Thanks in advance,
    -Cap’n

  • Ciantic
  • kinomedia

    Do you have any plans to make these available?

    • Juan Valdes

      To date, no plans to make these proprietary type faces available to the public.

  • Ray G

    Interesting article. And, as a card-carrying member of the grammar police, let me take issue with two things:

    If “few … know little” then many know much. No, no to the double negative.

    The past tense of “lie” is “lay”, so “the answer lay in photo-graphic type”, not “the answer lied in photo-graphic type.” (“lied” means “told a lie”.)

    Please and thank you.

    • Juan Valdes

      Ray G:

      Duly noted.

  • Laura Muñoz

    I would like to know more about A.H. Bumstead and his work as cartographer. Could you please give me more information? Thanks in advance, Laura

  • Mathieu Christe

    Dear Juan,

    Today, I’ve received a strange email from you (subject: Documents Uploaded). It looks like your account has been hacked, you should change your password.

    Best,

    Mathieu

  • Christine Bush

    NG will rue the day it chose to stick its head in the sand and not share its typefaces. By locking up your cartographic expertise and clinging to an outdated model of proprietary “intellectual property” NG only hastens its growing irrelevance as a source of knowledge.

    Please: make your fonts, your base maps, your color palettes available for new generations of cartographers to use. Only by doing so will the NG tradition of cartographic excellence continue. Otherwise, NG is nothing more than a box of unwanted paper at the yard sale, which is very sad indeed.

  • Gordon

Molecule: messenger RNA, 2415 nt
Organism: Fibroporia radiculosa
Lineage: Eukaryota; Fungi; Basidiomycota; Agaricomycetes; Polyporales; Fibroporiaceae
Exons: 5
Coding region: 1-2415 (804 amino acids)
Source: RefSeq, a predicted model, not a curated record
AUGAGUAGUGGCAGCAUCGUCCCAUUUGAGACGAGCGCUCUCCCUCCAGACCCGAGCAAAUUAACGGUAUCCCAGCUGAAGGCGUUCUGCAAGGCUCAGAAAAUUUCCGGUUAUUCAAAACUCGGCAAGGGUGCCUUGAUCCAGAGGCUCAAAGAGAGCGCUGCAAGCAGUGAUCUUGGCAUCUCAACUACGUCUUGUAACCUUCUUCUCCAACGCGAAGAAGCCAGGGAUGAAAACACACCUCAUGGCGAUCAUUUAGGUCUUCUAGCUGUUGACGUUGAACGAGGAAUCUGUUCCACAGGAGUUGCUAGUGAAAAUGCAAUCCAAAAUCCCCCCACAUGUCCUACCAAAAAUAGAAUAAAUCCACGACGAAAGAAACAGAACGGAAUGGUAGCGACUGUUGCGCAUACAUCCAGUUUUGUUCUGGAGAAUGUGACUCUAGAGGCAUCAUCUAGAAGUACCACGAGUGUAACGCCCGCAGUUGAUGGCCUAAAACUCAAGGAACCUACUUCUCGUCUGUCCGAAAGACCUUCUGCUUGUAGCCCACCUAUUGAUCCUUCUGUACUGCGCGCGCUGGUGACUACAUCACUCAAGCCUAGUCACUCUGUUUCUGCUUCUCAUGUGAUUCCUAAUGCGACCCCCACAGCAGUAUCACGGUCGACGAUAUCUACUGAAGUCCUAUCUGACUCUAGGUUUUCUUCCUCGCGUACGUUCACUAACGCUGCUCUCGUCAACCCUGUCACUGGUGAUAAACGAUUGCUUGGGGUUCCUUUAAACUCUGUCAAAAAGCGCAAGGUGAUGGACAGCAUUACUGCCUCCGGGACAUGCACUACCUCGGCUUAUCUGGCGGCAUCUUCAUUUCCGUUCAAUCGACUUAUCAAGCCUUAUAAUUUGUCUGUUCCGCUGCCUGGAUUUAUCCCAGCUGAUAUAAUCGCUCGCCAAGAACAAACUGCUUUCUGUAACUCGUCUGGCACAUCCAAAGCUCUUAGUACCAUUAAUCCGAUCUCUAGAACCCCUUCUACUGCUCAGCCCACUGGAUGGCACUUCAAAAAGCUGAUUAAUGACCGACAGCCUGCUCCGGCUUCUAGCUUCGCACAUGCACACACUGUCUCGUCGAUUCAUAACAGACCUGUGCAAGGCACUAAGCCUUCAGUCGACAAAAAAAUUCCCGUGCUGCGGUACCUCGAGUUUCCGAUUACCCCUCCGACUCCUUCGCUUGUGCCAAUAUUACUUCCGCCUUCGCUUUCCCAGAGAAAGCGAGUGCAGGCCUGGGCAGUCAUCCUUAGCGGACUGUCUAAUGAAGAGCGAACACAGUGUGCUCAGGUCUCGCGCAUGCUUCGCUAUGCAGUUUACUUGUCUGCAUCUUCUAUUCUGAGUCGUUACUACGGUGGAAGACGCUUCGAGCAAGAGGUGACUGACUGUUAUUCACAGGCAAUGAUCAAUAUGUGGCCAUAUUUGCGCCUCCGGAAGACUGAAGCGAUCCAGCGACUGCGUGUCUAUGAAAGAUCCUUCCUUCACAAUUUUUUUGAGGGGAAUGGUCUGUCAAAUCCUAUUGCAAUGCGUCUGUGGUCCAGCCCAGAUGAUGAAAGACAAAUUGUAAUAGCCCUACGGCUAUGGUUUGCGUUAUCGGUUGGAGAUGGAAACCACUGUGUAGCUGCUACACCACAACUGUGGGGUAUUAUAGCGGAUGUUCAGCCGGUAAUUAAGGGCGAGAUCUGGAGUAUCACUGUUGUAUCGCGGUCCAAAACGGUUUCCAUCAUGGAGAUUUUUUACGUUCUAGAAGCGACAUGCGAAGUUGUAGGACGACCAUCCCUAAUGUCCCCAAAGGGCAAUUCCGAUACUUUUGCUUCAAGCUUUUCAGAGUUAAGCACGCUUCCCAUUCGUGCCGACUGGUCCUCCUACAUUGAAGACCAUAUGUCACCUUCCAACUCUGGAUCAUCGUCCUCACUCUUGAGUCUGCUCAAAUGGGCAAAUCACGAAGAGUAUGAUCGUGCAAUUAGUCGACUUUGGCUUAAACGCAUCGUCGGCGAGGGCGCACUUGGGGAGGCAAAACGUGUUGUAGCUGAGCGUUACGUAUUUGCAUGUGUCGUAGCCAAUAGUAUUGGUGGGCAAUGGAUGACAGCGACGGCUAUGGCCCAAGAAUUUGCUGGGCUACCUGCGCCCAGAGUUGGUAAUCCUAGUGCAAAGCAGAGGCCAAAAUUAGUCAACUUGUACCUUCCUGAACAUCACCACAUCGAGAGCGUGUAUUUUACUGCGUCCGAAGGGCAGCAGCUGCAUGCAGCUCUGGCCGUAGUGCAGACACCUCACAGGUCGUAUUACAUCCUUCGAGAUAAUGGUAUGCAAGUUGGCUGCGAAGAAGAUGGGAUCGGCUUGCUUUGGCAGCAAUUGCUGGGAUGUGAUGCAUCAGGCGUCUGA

I have one of these maps … the 1960 (italic 601 40/64 ) to be exact. I would love to know more about it , if you have the time can you please direct me to more info .
    Thank you

  • John Christian Stoddart

    Although realizing I’m a little late to this post, I would be very grateful if you could please point me to more information about AH Bumstead’s photocomposing machine.

    Thanks in advance,

    John

  • RobinGoodfellow

    “Albert H. Bumstead, believed the answer lied in photo-graphic type.” Seriously? Please tell me this was a typo and you actually have an editor who knows it should read, “the answer lay in photographic type.”

  • […] Geographic’s cartographic fonts seem to include a few styles with at least three […]

  • Brett Henley

    National Geographic employed Matthew Carter in late 1960’s to clean up (Riddiford’s & AH Bumstead’s type) and create a new photo-lettering NG typeface for it’s maps. All the beauty you see is from his genius.

  • […] like the 1889 route of the Abraham Lincoln funeral train, and incredibly specific resources like a 1960s chart of the magazine’s cartographic […]

About the Blog

Researchers, conservationists, and others share stories, insights and ideas about Our Changing Planet, Wildlife & Wild Spaces, and The Human Journey. More than 50,000 comments have been added to 10,000 posts. Explore the list alongside to dive deeper into some of the most popular categories of the National Geographic Society’s conversation platform Voices.

Opinions are those of the blogger and/or the blogger’s organization, and not necessarily those of the National Geographic Society. Posters of blogs and comments are required to observe National Geographic’s community rules and other terms of service.

Voices director: David Braun (dbraun@ngs.org)

Social Media